Jessy Leigh

Leigh

As part of the 45th Cleveland International Film Festival’s Local Heroes Shorts Program 2, Cleveland Heights resident Jessy Leigh’s 15-minute short film “Hobby” focuses on the absurd, but very real world of competitive hobby horse racing, an organized sport in Finland.

“Hobby” marks Leigh’s third time showcasing a film at CIFF, following her 11-minute short “Julie of the Jury” which premiered in 2019 and focused on a woman waiting with a pool of jurors. While, “Julie of the Jury” also drew from real-life, tangible experiences, Leigh told the Cleveland Jewish News April 1 “Hobby” was meant to be a bit more absurdist.

“I had been listening to a morning show while driving to work, and they were talking about hobby horse racing and they couldn’t believe it was a real thing either,” said Leigh, 32, who is a member of Anshe Chesed Fairmount Temple in Beachwood. “I had to look it up immediately. The minute I saw everything, I thought it would be a funny centerpiece for a movie because it is already so absurd, and it gives you a wide net of things to pull from.”

The short mockumentary-style comedy film centers on a few characters as they prepare for an upcoming competition and stars Heidi Azaro, Livy Douglas, Eric Wloszek, Molly McGinnis and Morgan Sowell. Leigh, who grew up in South Euclid and graduated from Brush High School in Lyndhurst in 2006, said the story made the most sense as a short, approaching it as a proof of concept.

“The idea was starting with shooting a proof of concept,” she said. “We wanted to follow a bunch of different characters in the feature, so we decided to just follow one set of characters and simplifying the story for the proof of concept. I wasn’t sure at first if we were going to be able to use it as a short, but when we filmed it and cut it together, I felt like it could work as a short.”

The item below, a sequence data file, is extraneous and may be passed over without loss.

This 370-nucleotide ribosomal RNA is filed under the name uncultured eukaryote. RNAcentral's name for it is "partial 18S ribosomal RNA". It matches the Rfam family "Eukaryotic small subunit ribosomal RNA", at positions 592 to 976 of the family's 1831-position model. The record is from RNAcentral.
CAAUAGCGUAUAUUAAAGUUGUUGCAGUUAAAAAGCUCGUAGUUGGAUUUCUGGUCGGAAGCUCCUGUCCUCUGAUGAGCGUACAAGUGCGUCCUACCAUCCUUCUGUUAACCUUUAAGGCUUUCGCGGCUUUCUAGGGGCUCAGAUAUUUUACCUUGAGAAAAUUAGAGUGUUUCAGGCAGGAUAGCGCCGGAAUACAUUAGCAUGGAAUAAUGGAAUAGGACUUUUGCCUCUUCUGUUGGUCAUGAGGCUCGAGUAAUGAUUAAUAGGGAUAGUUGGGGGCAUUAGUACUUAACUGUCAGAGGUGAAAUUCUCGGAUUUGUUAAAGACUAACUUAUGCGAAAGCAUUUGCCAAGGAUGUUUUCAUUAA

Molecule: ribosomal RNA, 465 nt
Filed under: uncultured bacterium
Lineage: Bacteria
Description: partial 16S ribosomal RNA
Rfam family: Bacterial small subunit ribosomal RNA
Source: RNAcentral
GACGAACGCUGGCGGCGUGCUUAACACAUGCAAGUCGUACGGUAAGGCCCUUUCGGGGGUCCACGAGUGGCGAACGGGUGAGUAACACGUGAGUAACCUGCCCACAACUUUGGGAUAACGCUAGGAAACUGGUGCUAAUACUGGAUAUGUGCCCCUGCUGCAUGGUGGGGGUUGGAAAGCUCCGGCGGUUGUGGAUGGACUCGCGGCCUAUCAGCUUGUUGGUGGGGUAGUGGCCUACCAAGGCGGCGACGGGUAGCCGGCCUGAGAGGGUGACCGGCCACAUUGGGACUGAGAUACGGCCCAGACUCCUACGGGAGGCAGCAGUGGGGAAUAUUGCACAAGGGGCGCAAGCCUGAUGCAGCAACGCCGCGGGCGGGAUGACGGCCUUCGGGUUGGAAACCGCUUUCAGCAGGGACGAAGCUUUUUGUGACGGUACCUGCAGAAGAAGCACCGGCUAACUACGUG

Noting the story leaves you on a bit of a cliffhanger, Leigh said it focuses on relationships and how the hobby horse competition factors into that lens. She said the short will also be paired with a pitch deck, which is an outline of everything she would like to do with the characters and story should it be picked up as a feature project.

With a history of acting before becoming a director, Leigh said no prior experience could have prepared her for how different it is to bring a movie from concept to festival during a pandemic.

“I knew it was going to be different in general because seeing something in-person and getting to see a reaction in-person makes you realize what works and what doesn’t, and this is especially true for comedies,” she said. “Sometimes, you can feel super confident in something and you’re still not sure if other people are going to get it. So, since it’s all online, the movie-going experience is so different.”

Leigh said she is also excited about the prospect of introducing this unfamiliar and foreign concept to CIFF viewers.

“A lot of people have never even heard of hobby horses, or at least in this way,” she said. “They probably don’t even think this is a real thing. So, potentially introducing something really silly to a bunch of people feels cool as well.”

Leigh said she hopes the movie is well-received and leads to more projects being green lit. With a couple of other films in the works and her recent joining of Launchpad Productions, a Northeast Ohio-based production company, she said she wants to be able to continue bringing unique stories from idea to screen.

“I just hope to continue to write and direct and bring other projects to fruition that I believe in and am passionate about,” she said. “In general, I love comedy because it’s a little escape from everything in the world. Laughing is one of my favorite things to do. If I can make people laugh with the work I put out there, then I am pretty happy.”

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